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1 ::
  Introduction

2 ::  The Six MPO's

3 :: Caltrain Service

4 :: What are Walking
      Audits?


5 :: Why MPO's are
      Involved


6 :: What Makes for a
      Good Walking Audit


7 :: What Makes a
      Community Walkable


8 :: What Happens Next?






Why are MPO's Involved in Walking Audits and Walkability?
page 5

MPO staff are in the unique position of working with transportation professionals in numerous township, city, and county government agencies: they know the opinion leaders, funding gatekeepers, and community activists who are necessary to change the status quo. They are also ideally placed to be the catalyst for new ideas and initiatives that benefit their "member" jurisdictions and can coordinate the implementation of a project like this. Ultimately, the MPO also has some influence over funding for transportation projects in a region and can help to prioritize pedestrian improvements.

Lagerwey and Burden shared their experience working in the Detroit area with the South East Michigan Council of Governments (SEMCOG), where more than 50 walking audits or roadshows have been presented. "SEMCOG discovered this was an inexpensive program that was hugely popular with their members and produced both short- and long-term results," says Lagerwey. "Communities redesigned main streets and state highways, they initiated traffic calming projects, and built better sidewalks and crosswalks as a direct outcome of these workshops. Projects were on the ground after just a couple of years, in some cases."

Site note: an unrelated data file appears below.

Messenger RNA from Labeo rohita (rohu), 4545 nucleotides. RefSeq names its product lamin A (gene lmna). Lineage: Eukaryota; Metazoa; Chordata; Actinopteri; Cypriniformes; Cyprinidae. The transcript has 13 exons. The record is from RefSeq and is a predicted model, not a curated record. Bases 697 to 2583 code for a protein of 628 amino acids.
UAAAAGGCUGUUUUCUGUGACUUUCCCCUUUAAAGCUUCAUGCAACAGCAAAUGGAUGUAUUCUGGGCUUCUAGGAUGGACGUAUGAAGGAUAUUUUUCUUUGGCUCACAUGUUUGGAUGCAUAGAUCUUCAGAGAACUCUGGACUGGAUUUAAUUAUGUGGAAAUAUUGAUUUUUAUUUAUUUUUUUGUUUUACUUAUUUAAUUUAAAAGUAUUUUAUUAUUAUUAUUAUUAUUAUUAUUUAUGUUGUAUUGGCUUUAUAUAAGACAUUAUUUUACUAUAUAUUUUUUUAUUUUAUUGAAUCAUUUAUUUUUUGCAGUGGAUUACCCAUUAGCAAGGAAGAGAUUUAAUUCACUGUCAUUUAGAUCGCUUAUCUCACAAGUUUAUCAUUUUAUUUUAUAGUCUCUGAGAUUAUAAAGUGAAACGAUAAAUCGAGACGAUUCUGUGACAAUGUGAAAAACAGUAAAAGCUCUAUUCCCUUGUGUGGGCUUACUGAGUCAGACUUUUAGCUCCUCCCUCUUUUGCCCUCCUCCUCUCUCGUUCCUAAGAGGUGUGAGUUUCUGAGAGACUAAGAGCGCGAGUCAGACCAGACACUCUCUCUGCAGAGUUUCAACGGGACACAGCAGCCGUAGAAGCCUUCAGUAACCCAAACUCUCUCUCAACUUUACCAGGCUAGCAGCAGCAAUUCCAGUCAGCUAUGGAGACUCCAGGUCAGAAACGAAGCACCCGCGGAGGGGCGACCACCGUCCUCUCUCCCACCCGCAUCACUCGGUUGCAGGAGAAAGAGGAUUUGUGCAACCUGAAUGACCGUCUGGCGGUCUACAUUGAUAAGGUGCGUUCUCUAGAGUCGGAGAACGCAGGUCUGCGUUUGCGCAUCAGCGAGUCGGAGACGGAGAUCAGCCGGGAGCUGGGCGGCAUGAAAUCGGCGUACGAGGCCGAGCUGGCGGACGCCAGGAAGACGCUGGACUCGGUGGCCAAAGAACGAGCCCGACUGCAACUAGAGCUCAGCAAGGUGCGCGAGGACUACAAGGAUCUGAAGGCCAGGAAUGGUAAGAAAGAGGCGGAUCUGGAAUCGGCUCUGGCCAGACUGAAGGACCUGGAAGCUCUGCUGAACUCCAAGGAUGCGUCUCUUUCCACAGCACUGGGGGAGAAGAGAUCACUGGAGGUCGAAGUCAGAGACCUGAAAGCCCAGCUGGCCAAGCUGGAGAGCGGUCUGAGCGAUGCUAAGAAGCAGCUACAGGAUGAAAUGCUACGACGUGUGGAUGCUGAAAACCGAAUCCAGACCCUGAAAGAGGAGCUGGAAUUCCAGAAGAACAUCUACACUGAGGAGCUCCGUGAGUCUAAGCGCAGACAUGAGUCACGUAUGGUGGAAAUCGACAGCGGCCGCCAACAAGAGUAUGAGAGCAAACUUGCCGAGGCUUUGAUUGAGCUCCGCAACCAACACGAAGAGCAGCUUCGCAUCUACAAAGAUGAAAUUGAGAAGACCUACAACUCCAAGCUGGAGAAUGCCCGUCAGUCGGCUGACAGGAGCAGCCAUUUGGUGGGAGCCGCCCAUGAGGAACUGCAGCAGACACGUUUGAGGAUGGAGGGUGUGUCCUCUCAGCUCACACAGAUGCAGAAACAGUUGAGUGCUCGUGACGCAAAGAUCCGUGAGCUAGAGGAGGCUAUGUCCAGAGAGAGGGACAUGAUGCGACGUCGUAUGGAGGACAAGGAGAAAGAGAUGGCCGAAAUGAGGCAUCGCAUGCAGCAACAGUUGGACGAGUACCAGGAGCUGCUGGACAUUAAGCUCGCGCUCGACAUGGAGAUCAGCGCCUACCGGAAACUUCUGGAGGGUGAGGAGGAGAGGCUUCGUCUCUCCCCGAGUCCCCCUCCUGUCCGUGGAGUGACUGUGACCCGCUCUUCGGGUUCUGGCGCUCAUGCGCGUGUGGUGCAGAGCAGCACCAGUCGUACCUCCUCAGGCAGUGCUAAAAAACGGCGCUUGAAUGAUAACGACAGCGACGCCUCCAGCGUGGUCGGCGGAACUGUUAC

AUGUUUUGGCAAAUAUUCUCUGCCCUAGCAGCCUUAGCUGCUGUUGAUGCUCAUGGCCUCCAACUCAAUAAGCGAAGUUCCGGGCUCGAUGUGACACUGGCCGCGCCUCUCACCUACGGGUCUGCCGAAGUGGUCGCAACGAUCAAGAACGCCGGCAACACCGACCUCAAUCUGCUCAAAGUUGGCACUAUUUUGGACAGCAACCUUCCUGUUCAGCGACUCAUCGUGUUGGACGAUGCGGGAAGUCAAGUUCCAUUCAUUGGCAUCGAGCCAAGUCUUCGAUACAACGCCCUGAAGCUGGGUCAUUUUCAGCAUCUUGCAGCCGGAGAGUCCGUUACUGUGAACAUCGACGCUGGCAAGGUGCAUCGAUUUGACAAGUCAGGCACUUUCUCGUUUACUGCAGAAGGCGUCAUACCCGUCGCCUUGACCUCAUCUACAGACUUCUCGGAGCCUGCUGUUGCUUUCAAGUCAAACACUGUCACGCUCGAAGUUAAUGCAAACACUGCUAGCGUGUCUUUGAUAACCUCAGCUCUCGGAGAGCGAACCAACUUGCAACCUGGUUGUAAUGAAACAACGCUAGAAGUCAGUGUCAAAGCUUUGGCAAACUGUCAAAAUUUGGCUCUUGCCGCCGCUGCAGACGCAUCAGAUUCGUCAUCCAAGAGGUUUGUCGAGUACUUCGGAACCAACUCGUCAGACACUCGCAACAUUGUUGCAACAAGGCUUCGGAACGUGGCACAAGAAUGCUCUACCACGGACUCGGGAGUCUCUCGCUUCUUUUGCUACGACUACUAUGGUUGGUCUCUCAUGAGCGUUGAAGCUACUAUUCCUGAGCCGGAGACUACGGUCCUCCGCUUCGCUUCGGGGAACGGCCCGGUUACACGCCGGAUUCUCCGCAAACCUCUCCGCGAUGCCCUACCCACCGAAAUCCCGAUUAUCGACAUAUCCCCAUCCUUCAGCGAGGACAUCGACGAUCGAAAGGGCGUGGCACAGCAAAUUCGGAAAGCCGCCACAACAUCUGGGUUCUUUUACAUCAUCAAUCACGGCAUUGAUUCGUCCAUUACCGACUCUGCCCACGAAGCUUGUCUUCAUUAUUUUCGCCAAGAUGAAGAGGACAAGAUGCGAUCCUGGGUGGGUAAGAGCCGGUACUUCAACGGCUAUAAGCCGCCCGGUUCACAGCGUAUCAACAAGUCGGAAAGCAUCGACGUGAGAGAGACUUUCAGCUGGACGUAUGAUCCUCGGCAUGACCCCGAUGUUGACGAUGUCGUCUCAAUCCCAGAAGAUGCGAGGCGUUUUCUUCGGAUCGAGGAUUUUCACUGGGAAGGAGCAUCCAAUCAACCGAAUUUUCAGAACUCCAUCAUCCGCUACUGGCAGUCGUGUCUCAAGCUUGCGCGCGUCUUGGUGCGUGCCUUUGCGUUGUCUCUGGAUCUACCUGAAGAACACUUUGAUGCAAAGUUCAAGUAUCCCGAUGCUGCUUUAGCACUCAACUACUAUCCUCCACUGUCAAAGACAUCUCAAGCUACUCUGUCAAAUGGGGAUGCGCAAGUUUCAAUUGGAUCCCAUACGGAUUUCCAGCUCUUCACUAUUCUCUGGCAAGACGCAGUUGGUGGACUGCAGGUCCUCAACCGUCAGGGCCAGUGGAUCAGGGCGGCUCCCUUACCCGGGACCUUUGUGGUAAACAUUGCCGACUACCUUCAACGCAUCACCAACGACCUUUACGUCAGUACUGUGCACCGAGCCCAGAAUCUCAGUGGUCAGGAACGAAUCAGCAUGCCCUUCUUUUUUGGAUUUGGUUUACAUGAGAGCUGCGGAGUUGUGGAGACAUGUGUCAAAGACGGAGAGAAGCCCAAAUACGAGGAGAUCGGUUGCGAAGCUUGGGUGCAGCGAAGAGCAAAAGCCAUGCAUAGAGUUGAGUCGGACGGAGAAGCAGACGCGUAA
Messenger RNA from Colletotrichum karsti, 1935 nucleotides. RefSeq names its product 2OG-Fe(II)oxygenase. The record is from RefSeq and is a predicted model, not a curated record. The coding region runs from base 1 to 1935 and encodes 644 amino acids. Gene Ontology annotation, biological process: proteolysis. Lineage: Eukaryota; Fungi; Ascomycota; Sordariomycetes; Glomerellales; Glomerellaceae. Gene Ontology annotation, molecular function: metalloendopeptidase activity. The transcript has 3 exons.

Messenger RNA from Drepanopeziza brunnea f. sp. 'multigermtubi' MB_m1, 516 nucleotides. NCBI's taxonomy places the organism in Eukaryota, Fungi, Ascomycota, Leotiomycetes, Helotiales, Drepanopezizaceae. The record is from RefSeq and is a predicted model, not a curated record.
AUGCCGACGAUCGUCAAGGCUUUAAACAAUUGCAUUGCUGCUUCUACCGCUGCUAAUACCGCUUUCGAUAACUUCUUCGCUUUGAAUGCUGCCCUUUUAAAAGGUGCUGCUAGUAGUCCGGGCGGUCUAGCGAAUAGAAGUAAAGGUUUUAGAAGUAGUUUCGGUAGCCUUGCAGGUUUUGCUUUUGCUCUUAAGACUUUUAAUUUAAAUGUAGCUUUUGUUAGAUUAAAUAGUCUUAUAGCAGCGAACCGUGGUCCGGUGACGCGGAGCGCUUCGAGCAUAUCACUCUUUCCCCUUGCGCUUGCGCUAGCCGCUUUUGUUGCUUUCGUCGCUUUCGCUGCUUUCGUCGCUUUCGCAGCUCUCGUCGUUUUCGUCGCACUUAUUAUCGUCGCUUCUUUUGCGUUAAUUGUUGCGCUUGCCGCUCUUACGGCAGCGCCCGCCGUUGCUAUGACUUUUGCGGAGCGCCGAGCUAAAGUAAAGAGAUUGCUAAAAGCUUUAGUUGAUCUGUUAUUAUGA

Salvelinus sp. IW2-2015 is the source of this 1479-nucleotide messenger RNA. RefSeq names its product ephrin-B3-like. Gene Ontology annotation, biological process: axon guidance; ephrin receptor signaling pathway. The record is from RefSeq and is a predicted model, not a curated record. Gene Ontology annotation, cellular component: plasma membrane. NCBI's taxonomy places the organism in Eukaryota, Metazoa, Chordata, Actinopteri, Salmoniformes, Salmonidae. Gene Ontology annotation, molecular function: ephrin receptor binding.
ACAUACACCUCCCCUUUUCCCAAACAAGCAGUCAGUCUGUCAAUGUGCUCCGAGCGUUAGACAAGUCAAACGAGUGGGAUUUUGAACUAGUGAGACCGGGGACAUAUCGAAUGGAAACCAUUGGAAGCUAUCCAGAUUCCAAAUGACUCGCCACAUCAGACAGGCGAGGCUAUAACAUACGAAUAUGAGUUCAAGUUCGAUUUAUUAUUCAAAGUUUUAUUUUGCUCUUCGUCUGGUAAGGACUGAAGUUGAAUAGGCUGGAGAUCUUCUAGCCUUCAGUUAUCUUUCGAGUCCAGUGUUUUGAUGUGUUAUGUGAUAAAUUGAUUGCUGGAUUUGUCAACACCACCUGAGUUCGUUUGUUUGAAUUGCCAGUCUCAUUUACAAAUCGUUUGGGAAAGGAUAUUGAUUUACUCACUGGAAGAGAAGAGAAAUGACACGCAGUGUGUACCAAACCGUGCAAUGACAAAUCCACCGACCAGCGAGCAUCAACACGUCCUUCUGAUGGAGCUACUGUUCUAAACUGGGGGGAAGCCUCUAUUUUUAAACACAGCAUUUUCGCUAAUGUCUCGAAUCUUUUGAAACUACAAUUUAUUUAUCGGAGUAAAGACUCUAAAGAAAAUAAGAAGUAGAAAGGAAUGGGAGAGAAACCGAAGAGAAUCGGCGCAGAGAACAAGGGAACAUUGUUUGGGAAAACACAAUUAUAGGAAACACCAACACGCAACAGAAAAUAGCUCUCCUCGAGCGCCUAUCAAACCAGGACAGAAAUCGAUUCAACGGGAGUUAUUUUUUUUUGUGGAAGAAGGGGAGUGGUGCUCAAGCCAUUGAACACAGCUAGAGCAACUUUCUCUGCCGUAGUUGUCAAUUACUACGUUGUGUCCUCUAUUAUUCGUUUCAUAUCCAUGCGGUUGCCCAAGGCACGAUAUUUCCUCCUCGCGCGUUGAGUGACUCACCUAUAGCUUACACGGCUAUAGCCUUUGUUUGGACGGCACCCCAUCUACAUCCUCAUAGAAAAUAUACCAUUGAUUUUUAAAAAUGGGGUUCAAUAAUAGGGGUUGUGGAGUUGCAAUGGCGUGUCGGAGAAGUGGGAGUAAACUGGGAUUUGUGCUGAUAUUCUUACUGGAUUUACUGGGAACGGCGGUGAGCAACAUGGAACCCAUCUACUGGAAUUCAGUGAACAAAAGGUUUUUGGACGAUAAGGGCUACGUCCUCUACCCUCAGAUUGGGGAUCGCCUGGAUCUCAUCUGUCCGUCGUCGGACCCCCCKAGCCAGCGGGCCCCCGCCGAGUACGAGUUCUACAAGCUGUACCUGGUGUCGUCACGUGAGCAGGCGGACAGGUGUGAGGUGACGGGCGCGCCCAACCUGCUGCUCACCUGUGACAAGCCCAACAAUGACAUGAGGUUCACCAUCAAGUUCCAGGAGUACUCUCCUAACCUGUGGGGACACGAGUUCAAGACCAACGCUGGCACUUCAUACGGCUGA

Dan Burden also notes that, "over time almost every SEMCOG staff person was assigned to help organize and attend one or more of the workshops, effectively training the entire staff to be more sensitive to walking issues."

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next page, What Makes for a Good Walking Audit >>

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